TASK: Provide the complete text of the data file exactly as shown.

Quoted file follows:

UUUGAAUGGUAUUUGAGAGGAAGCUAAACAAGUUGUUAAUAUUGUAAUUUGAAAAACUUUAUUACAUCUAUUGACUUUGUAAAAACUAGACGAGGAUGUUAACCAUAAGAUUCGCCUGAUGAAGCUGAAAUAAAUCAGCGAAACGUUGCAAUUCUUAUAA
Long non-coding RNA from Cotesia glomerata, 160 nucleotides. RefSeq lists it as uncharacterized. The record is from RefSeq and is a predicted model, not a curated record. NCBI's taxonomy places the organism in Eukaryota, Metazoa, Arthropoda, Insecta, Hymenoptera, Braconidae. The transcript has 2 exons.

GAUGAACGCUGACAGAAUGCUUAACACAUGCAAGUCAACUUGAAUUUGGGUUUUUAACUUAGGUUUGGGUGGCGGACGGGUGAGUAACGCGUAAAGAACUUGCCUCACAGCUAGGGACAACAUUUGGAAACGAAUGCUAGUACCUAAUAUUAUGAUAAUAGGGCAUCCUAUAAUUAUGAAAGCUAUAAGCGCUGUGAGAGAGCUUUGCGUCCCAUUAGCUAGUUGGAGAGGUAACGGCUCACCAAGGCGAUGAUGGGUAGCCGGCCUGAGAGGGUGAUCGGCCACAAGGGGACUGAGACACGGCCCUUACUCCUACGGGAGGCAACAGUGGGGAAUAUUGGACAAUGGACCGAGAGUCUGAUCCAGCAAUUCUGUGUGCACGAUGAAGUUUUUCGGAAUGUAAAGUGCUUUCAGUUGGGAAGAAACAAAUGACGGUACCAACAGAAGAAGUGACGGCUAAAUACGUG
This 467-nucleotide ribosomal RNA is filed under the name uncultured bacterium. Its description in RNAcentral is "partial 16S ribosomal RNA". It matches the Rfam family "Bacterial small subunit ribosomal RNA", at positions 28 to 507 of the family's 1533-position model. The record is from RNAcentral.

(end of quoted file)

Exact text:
UUUGAAUGGUAUUUGAGAGGAAGCUAAACAAGUUGUUAAUAUUGUAAUUUGAAAAACUUUAUUACAUCUAUUGACUUUGUAAAAACUAGACGAGGAUGUUAACCAUAAGAUUCGCCUGAUGAAGCUGAAAUAAAUCAGCGAAACGUUGCAAUUCUUAUAA
Long non-coding RNA from Cotesia glomerata, 160 nucleotides. RefSeq lists it as uncharacterized. The record is from RefSeq and is a predicted model, not a curated record. NCBI's taxonomy places the organism in Eukaryota, Metazoa, Arthropoda, Insecta, Hymenoptera, Braconidae. The transcript has 2 exons.

GAUGAACGCUGACAGAAUGCUUAACACAUGCAAGUCAACUUGAAUUUGGGUUUUUAACUUAGGUUUGGGUGGCGGACGGGUGAGUAACGCGUAAAGAACUUGCCUCACAGCUAGGGACAACAUUUGGAAACGAAUGCUAGUACCUAAUAUUAUGAUAAUAGGGCAUCCUAUAAUUAUGAAAGCUAUAAGCGCUGUGAGAGAGCUUUGCGUCCCAUUAGCUAGUUGGAGAGGUAACGGCUCACCAAGGCGAUGAUGGGUAGCCGGCCUGAGAGGGUGAUCGGCCACAAGGGGACUGAGACACGGCCCUUACUCCUACGGGAGGCAACAGUGGGGAAUAUUGGACAAUGGACCGAGAGUCUGAUCCAGCAAUUCUGUGUGCACGAUGAAGUUUUUCGGAAUGUAAAGUGCUUUCAGUUGGGAAGAAACAAAUGACGGUACCAACAGAAGAAGUGACGGCUAAAUACGUG
This 467-nucleotide ribosomal RNA is filed under the name uncultured bacterium. Its description in RNAcentral is "partial 16S ribosomal RNA". It matches the Rfam family "Bacterial small subunit ribosomal RNA", at positions 28 to 507 of the family's 1533-position model. The record is from RNAcentral.